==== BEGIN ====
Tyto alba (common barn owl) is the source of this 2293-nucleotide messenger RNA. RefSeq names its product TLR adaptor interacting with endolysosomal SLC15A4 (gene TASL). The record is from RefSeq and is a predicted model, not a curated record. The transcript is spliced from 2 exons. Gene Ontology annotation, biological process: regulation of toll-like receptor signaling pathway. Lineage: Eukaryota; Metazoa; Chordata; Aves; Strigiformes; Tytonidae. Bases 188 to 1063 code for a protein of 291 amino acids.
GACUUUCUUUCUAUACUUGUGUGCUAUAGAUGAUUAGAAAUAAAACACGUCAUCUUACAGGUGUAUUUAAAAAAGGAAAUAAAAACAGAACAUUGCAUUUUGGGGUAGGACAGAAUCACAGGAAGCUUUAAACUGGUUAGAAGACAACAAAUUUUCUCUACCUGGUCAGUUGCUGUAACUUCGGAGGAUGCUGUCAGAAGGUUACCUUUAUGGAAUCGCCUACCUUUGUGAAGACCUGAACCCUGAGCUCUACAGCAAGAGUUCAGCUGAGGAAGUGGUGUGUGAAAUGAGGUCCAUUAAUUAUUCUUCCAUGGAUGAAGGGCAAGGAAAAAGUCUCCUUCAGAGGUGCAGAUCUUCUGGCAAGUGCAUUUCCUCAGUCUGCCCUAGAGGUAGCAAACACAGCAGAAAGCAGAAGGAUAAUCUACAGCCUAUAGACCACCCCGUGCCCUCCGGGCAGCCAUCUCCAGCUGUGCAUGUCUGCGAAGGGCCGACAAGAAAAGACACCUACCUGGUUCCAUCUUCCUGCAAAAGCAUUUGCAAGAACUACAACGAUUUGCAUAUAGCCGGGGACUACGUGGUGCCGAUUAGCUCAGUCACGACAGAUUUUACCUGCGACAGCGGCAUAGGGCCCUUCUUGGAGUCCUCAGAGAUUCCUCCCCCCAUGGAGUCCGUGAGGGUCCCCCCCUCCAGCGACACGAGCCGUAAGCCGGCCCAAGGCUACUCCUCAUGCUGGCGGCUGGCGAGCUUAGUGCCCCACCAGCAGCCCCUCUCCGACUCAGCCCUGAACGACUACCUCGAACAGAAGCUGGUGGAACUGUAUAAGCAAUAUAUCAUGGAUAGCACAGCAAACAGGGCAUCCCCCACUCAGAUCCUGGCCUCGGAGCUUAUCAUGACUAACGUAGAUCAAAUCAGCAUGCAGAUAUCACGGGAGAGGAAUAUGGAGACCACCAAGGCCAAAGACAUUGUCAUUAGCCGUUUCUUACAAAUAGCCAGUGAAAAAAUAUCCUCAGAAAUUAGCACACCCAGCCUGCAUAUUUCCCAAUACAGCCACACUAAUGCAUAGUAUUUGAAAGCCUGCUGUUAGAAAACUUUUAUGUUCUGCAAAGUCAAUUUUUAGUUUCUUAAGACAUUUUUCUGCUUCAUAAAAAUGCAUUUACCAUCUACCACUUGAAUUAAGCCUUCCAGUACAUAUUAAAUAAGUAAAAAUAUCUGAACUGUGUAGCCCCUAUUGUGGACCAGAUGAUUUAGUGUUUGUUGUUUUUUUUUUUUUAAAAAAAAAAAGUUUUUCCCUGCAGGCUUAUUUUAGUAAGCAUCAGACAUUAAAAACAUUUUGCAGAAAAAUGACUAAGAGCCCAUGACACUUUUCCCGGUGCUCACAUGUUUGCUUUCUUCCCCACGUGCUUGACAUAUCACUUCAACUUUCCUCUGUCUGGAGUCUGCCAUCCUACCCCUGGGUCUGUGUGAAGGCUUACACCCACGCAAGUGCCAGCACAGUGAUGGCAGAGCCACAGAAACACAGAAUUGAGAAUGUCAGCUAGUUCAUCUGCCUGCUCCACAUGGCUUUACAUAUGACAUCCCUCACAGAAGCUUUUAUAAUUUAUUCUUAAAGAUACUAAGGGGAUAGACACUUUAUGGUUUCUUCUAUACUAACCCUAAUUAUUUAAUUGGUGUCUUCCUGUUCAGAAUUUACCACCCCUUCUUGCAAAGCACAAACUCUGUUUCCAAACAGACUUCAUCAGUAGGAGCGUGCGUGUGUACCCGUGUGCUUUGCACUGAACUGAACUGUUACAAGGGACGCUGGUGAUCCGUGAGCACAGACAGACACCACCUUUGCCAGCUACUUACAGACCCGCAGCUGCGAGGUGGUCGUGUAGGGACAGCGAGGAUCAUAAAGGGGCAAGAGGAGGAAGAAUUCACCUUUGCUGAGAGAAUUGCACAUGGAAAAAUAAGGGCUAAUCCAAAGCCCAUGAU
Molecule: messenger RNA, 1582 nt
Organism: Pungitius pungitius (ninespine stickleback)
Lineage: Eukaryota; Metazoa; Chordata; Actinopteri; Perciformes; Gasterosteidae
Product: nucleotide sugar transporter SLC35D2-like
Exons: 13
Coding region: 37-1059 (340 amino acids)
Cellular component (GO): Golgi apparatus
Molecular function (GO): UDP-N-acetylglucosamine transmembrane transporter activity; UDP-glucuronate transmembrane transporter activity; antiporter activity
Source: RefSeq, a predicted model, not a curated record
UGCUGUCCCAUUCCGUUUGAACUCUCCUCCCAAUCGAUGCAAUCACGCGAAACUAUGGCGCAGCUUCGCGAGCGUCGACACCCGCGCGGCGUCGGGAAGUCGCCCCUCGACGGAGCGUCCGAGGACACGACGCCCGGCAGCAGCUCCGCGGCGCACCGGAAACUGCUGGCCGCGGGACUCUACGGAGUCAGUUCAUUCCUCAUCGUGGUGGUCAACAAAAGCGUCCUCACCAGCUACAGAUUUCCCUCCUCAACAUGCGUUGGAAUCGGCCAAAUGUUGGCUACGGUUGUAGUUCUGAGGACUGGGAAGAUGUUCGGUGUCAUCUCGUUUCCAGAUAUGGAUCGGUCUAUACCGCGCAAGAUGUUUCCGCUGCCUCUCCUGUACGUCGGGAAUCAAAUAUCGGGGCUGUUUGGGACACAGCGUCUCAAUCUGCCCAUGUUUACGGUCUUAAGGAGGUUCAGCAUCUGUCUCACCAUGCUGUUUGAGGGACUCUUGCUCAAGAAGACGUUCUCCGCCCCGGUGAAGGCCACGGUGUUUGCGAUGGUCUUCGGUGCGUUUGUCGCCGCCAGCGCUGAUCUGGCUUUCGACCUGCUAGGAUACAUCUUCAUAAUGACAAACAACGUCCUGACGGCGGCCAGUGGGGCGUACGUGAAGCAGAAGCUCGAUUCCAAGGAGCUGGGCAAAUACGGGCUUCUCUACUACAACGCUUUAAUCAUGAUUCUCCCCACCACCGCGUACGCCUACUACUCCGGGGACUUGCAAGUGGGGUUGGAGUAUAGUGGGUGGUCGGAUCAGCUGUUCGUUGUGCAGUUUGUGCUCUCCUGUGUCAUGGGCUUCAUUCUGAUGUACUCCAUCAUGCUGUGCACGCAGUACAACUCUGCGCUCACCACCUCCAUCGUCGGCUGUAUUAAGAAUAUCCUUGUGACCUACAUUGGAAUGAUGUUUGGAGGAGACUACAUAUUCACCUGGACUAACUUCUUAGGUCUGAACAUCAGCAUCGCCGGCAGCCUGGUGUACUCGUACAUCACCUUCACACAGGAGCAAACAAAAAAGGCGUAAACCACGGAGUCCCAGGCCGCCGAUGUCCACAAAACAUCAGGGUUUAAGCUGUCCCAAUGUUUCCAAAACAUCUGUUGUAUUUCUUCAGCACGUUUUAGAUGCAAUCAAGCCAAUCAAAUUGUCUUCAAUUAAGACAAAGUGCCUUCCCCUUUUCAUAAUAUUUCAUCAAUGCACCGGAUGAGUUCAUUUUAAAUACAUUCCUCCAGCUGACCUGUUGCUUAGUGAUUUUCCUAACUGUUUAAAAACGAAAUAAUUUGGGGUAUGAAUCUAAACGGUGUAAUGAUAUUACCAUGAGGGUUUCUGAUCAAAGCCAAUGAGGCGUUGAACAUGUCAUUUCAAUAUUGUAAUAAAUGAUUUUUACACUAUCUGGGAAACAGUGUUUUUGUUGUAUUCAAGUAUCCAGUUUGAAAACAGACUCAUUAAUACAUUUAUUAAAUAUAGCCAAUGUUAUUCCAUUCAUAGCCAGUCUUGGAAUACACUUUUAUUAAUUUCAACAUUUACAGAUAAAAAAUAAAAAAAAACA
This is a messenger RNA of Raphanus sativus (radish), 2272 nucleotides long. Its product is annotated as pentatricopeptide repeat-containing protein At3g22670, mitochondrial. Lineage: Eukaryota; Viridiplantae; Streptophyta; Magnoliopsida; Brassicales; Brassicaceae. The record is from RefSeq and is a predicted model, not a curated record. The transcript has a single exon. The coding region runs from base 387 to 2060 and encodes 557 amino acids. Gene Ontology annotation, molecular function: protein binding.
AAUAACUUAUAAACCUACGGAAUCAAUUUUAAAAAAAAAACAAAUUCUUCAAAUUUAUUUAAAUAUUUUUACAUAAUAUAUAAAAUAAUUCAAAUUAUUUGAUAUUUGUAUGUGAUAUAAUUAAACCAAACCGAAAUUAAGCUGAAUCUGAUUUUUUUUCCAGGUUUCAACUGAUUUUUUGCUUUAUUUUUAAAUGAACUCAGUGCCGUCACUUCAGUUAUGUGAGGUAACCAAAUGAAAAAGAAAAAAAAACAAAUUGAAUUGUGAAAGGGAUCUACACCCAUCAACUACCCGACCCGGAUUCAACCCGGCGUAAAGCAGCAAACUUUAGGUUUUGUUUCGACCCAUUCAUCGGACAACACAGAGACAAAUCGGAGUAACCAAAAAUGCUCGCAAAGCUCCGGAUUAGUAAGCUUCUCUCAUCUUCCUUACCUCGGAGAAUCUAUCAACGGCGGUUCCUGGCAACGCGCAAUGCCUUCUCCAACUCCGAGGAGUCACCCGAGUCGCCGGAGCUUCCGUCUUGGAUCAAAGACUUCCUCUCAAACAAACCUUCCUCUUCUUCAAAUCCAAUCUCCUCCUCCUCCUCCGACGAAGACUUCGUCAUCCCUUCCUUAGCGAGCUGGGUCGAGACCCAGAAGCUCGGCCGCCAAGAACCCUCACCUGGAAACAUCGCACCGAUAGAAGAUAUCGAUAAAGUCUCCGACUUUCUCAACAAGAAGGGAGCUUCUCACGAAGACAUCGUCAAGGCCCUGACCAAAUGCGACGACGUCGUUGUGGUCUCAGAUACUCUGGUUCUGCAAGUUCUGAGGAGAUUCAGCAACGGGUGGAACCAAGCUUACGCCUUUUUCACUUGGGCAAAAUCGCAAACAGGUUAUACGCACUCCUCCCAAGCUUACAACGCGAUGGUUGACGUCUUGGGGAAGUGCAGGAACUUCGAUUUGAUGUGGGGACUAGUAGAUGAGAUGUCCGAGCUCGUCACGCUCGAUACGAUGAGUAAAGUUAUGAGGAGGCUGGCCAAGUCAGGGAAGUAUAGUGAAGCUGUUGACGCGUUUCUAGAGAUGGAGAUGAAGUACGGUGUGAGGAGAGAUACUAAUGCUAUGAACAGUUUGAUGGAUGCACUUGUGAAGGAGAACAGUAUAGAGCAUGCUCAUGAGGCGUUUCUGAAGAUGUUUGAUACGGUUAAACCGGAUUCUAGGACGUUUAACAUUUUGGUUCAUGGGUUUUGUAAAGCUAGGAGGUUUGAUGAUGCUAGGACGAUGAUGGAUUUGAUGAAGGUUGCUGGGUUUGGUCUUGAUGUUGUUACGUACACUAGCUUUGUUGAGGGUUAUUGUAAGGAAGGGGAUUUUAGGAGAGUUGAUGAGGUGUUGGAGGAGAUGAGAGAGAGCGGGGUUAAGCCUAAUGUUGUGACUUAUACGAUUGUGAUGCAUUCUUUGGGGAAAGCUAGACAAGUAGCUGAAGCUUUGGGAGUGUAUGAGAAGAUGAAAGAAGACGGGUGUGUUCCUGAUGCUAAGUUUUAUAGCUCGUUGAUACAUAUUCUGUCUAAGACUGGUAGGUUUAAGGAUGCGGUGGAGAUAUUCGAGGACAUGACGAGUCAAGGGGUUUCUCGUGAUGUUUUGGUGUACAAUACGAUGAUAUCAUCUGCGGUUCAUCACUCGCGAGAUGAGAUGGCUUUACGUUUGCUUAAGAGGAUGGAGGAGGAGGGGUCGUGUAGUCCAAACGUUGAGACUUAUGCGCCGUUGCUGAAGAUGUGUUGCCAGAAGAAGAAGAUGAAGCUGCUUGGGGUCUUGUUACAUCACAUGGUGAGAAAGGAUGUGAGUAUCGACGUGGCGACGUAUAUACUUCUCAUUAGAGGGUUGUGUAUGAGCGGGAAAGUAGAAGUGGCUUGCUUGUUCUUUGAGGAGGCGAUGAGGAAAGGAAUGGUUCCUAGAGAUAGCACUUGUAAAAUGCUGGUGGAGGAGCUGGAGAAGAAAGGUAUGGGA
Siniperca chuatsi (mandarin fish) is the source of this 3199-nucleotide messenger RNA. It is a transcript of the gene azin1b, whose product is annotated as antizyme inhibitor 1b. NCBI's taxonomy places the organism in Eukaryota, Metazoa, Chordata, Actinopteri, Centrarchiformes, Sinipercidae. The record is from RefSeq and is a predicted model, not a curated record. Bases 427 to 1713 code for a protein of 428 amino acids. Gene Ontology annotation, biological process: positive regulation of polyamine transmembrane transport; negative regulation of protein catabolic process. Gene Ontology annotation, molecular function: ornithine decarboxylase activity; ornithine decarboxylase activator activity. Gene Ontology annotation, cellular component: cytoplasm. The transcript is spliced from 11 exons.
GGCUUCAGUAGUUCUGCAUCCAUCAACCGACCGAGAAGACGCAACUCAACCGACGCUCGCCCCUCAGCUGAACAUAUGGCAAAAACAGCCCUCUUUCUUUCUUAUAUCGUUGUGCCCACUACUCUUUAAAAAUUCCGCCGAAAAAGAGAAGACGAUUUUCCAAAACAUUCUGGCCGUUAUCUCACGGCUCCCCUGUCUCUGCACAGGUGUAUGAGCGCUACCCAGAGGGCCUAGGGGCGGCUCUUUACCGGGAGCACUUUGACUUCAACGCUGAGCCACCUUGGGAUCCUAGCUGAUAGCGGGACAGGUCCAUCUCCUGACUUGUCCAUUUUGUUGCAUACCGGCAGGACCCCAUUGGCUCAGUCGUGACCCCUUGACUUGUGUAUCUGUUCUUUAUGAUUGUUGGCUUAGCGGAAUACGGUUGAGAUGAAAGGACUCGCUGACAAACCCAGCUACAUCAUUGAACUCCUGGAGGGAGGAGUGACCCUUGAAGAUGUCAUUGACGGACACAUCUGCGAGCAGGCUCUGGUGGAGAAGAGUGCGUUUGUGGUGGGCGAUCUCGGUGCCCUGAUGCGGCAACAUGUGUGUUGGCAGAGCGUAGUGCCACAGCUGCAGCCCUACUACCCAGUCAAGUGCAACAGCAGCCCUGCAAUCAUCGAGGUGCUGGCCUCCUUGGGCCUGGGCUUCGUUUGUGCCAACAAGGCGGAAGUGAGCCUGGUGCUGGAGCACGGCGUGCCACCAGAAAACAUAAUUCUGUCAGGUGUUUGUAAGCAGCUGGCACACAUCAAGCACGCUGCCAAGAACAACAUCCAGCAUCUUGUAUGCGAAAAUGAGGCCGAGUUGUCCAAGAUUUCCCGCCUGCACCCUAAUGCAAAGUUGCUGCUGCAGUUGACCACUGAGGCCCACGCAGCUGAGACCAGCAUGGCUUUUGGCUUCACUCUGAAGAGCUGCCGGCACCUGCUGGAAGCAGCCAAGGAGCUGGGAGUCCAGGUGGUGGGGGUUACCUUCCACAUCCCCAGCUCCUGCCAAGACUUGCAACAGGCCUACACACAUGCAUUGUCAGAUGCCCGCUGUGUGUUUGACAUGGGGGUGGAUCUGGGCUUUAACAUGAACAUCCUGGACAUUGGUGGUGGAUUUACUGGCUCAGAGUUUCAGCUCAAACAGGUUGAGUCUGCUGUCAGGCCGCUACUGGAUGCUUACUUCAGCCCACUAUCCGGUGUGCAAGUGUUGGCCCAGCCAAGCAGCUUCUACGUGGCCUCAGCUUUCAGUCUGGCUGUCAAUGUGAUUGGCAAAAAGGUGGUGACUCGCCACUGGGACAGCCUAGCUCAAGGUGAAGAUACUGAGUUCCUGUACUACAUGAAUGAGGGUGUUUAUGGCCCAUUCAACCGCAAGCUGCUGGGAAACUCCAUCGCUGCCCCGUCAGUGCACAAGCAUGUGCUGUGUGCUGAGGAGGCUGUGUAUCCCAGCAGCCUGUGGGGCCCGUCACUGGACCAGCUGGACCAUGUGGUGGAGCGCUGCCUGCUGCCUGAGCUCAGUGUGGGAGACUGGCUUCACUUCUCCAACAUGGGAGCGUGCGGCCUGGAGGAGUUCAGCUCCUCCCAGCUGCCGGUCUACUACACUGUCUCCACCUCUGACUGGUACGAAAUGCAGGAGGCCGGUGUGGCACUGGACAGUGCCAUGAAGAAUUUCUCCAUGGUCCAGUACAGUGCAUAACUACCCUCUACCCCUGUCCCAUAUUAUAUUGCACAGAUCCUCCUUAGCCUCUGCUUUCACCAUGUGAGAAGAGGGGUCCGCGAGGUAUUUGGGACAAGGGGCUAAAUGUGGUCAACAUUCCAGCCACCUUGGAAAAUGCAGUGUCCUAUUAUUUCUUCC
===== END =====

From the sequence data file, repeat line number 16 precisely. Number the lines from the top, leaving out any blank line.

GGCUUCAGUAGUUCUGCAUCCAUCAACCGACCGAGAAGACGCAACUCAACCGACGCUCGCCCCUCAGCUGAACAUAUGGCAAAAACAGCCCUCUUUCUUUCUUAUAUCGUUGUGCCCACUACUCUUUAAAAAUUCCGCCGAAAAAGAGAAGACGAUUUUCCAAAACAUUCUGGCCGUUAUCUCACGGCUCCCCUGUCUCUGCACAGGUGUAUGAGCGCUACCCAGAGGGCCUAGGGGCGGCUCUUUACCGGGAGCACUUUGACUUCAACGCUGAGCCACCUUGGGAUCCUAGCUGAUAGCGGGACAGGUCCAUCUCCUGACUUGUCCAUUUUGUUGCAUACCGGCAGGACCCCAUUGGCUCAGUCGUGACCCCUUGACUUGUGUAUCUGUUCUUUAUGAUUGUUGGCUUAGCGGAAUACGGUUGAGAUGAAAGGACUCGCUGACAAACCCAGCUACAUCAUUGAACUCCUGGAGGGAGGAGUGACCCUUGAAGAUGUCAUUGACGGACACAUCUGCGAGCAGGCUCUGGUGGAGAAGAGUGCGUUUGUGGUGGGCGAUCUCGGUGCCCUGAUGCGGCAACAUGUGUGUUGGCAGAGCGUAGUGCCACAGCUGCAGCCCUACUACCCAGUCAAGUGCAACAGCAGCCCUGCAAUCAUCGAGGUGCUGGCCUCCUUGGGCCUGGGCUUCGUUUGUGCCAACAAGGCGGAAGUGAGCCUGGUGCUGGAGCACGGCGUGCCACCAGAAAACAUAAUUCUGUCAGGUGUUUGUAAGCAGCUGGCACACAUCAAGCACGCUGCCAAGAACAACAUCCAGCAUCUUGUAUGCGAAAAUGAGGCCGAGUUGUCCAAGAUUUCCCGCCUGCACCCUAAUGCAAAGUUGCUGCUGCAGUUGACCACUGAGGCCCACGCAGCUGAGACCAGCAUGGCUUUUGGCUUCACUCUGAAGAGCUGCCGGCACCUGCUGGAAGCAGCCAAGGAGCUGGGAGUCCAGGUGGUGGGGGUUACCUUCCACAUCCCCAGCUCCUGCCAAGACUUGCAACAGGCCUACACACAUGCAUUGUCAGAUGCCCGCUGUGUGUUUGACAUGGGGGUGGAUCUGGGCUUUAACAUGAACAUCCUGGACAUUGGUGGUGGAUUUACUGGCUCAGAGUUUCAGCUCAAACAGGUUGAGUCUGCUGUCAGGCCGCUACUGGAUGCUUACUUCAGCCCACUAUCCGGUGUGCAAGUGUUGGCCCAGCCAAGCAGCUUCUACGUGGCCUCAGCUUUCAGUCUGGCUGUCAAUGUGAUUGGCAAAAAGGUGGUGACUCGCCACUGGGACAGCCUAGCUCAAGGUGAAGAUACUGAGUUCCUGUACUACAUGAAUGAGGGUGUUUAUGGCCCAUUCAACCGCAAGCUGCUGGGAAACUCCAUCGCUGCCCCGUCAGUGCACAAGCAUGUGCUGUGUGCUGAGGAGGCUGUGUAUCCCAGCAGCCUGUGGGGCCCGUCACUGGACCAGCUGGACCAUGUGGUGGAGCGCUGCCUGCUGCCUGAGCUCAGUGUGGGAGACUGGCUUCACUUCUCCAACAUGGGAGCGUGCGGCCUGGAGGAGUUCAGCUCCUCCCAGCUGCCGGUCUACUACACUGUCUCCACCUCUGACUGGUACGAAAUGCAGGAGGCCGGUGUGGCACUGGACAGUGCCAUGAAGAAUUUCUCCAUGGUCCAGUACAGUGCAUAACUACCCUCUACCCCUGUCCCAUAUUAUAUUGCACAGAUCCUCCUUAGCCUCUGCUUUCACCAUGUGAGAAGAGGGGUCCGCGAGGUAUUUGGGACAAGGGGCUAAAUGUGGUCAACAUUCCAGCCACCUUGGAAAAUGCAGUGUCCUAUUAUUUCUUCC